September 20, 2023
While Admire Pro appears not to be performing as well as it once did for the control of thrips in peanuts, now is not the time for farmers to abandon the technology.
That’s the advice from North Carolina State University Extension Entomologist Rick Brandenburg. He points out that while thrips control is slipping a bit with Admire Pro, the technology still works effectively and has yet to fail in peanut trials conducted at N.C. State.
In fact, in this year’s trials, Brandenburg said Admire Pro actually worked quite well.
“We do know that the general trend in the Southeast that we have seen is that the performance of it appears to be declining a little bit. That doesn’t mean we’re not going to recommend it. It doesn’t mean you shouldn’t use it. It just means right now it’s not performing as well as it did 10 years ago. But it still performs ok,” Brandenburg said in comments at the 71st annual North Carolina Peanut Field Day at the Peanut Belt Research Station in Lewiston-Woodville.
Participants fill the trams at the 71st annual North Carolina Peanut Field Day at the Peanut Belt Research Station in Lewiston-Woodville. (Photo by John Hart)
Away from pyrethroids
Brandenburg also noted that many farmers have shifted away from the use of pyrethroids due to resistance issues with corn earworms and the presence of budworms in peanuts. He said not many pyrethroids are being used in peanuts now because they don’t offer the control farmers need.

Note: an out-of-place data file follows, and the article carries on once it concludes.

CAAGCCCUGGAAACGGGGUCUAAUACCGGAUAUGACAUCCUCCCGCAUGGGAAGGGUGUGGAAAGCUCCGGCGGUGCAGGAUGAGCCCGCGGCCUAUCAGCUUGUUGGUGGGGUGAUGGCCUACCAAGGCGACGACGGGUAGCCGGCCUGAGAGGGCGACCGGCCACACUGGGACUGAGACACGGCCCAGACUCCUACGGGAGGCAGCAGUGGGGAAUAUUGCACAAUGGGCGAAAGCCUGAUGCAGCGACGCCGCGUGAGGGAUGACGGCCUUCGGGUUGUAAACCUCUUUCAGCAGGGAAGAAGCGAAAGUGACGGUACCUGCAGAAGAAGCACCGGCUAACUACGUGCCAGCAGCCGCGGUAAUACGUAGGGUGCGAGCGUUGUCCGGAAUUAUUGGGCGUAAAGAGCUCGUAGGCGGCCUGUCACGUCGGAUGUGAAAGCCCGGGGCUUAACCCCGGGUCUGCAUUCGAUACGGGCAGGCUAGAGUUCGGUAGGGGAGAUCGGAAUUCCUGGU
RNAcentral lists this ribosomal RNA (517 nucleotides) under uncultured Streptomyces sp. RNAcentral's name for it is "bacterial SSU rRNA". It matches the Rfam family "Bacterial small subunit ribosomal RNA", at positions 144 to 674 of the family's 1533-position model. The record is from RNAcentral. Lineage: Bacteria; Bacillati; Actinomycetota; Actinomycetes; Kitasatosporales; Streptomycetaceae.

In the meantime, Brandenburg made it clear that Lorsban is not coming back as a tool to control rootworms in peanuts. On Aug. 18, 2021, EPA announced it would ban chlorpyrifos, or Lorsban, from all food crops, including peanuts. Beginning in 2022, Lorsban was no longer labeled for use in peanuts. EPA banned the use of chlorpyrifos to protect the health of children and farmworkers.
“Despite what you might read, the active ingredient chlorpyrifos is not coming back. It’s gone, and it will always be gone, so don’t think that one of these days if we complain enough that we don’t have a product that controls rootworm that Lorsban will come back, it’s not,” Brandenburg said.
Still, N.C. State is testing alternatives to Lorsban for rootworm control. He said they began working with the foliar insecticide Steward last year, making foliar applications to kill the beetles before they can lay their eggs.
“If you are making multiple applications of Steward, you’re certainly not going to have many caterpillars out there munching on your vines. It’s going to completely eliminate that. In my opinion, at this point, the verdict is still out on can we use Steward as a foliar application to kill the root worm adults before they lay eggs,” Brandenburg said.
“It has potential. It has multiple benefits. But we still have to collect more data before I feel comfortable that it’s worth the expense because we’ve gone with as many as three applications. And that’s a lot. We got to understand that better. The other thing that we’re trying to do is time it based on the beetle flight because they’re the one coming into the field,” he explained.
Finally, Brandenburg pointed out that despite how hot and dry this summer has been in some areas of North Carolina, few spider mites are popping up in peanut fields.
“We’ve had a few but not many. I think part of that goes back to the fact that we’re using so few pyrethroids for caterpillar control. Pyrethroids often flares spider mites because it kills off all of the beneficial insects that are out there, and spiders, and everything else. And we’re also not using Lorsban which also flares spider mites. If there’s a positivity to the Lorsban being gone, we’re seeing fewer spider mites,” Brandenburg said.
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